I took my first online class ever in my senior year of high school. It was Spanish II, and I only went online because I couldn’t stand being in a class of really, really obnoxious freshman. They say sometimes, if you go into Capital High School late at night, you can still hear Ms. Van Stry yelling at the students rampaging around the classroom.
So I went online. And it was a mistake (though it would have been a bigger mistake to stay with all those freshies). The teacher remotely running the course responded to all questions with “read the assignment again,” and after a few weeks I gave up on logging in at all.
I got my first B of my entire high school career after bombing the final — which I cheated on heartily, but still goofed up somehow — and vowed never again to take an online class.
Imagine my reaction circa March 2020.
My distaste was totally warranted, too. I got my first college B in planetology last semester, a class I loved to death in person but grew to loathe online. For the life of me, I couldn’t make myself watch pre-recorded lectures, and my notes turned into doodles of me smashing my head into a keyboard.
But it was only going to last a week. No, wait, a month. Actually, the rest of the semester. Actually, it was going to last all of fall 2020, too.
Well … sh*t.
That meant my plans to study abroad in St. Petersburg, Russia, went out the window for spring 2021 because I couldn’t apply for a visa. I was unemployed for a while, and I’m forever grateful that my parents could back me up when that happened. Less monumentally, the first-ever Vampire Weekend concert in Montana got canceled – yes, I will forever be salty about it.
And then at some point, I realized all my credits were covered. There was nothing else to do. I could graduate, and a semester early, too.
As of this Friday, I will be one degree-holding bad*ss. Creative writing major, music technology minor, non-degree certificate in editing and publishing. Little to no fanfare, really, but that’s fine by me — with two older sisters and a number of older friends, I’ve gone to so many graduations that hearing “Pomp and Circumstance” gives me a Pavlovian-response headache.
In the end, it’s all fine by me, but I know there are others who will feel cheated out of the experience of walking at commencement. Ceremonies are not my cup of tea, but for all you other seniors graduating under the radar this semester who aren’t happy about it, I really am sorry. I hope you get something better in the future.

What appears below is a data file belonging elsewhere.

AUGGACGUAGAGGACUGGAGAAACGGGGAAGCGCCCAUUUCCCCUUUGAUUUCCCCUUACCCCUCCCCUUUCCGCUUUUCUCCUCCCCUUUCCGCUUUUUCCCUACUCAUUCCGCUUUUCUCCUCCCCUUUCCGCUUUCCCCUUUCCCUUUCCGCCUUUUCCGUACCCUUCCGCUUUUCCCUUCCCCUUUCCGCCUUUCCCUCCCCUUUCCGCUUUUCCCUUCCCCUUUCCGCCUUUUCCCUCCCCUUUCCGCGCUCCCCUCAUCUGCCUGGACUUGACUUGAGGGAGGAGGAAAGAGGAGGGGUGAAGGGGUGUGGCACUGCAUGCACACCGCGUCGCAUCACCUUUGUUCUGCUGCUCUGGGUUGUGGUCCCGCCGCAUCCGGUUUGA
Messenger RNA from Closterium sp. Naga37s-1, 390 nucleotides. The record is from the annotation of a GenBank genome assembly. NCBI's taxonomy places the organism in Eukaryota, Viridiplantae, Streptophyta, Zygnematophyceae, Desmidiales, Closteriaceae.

As for me, I’m going home to my parents in Montana to sleep for about a week straight. We’ll do a quiet Christmas Eve, with a remotely broadcast Lutheran church service (and while we’re counting our blessings, staying remote means I’ll get out of a 20-minute sharing of the peace. So. Many. Handshakes). Christmas Day will hopefully involve me snuggling my dogs, eating cinnamon rolls with my family and wearing the same fuzzy socks from the time I wake up to the time I go to bed.
My favorite holiday by far, New Year’s, won’t be the rager it usually is, but maybe that’s okay. I’ll want time to reflect on the past year.
Like, it was a whirlwind for me even without the pandemic and the protests and the election. In infinitely smaller ways, but ways that mattered to me.
I got a short story published in an anthology at the beginning of the year. My 21 run took place three days before the first shutdowns and about a week before my professors told us we were going online for a while. I got an offer to record music with a studio in Boston that is indefinitely on hold, but that’s motivated me to polish my composing/performing/mixing skills. A colleague of one of my favorite authors of all time, Tamora Pierce, started helping me edit a novel manuscript that I completed early in January.
And now I’ve got half a year to do two things: go to work and relax. I’ve applied to a number of grad schools for creative writing, so I’ll be pulling my hair out all winter until I find out if I’ve gotten in anywhere. For now, though, I’ll try to mitigate my hand-wringing with the happy knowledge that, hey … I did it.
When I finally get my diploma (and guaranteed, it’s going to be all wrinkled up from its journey through the postal system), you best believe it’s going in a pretty frame and hanging on the wall of my apartment. In my last Culture Brew, I talked about how a handful of people discouraged me from getting an English degree because they thought it would be worthless.
But after all the work I put in, and especially after this year, it’s one of the most valuable things I own.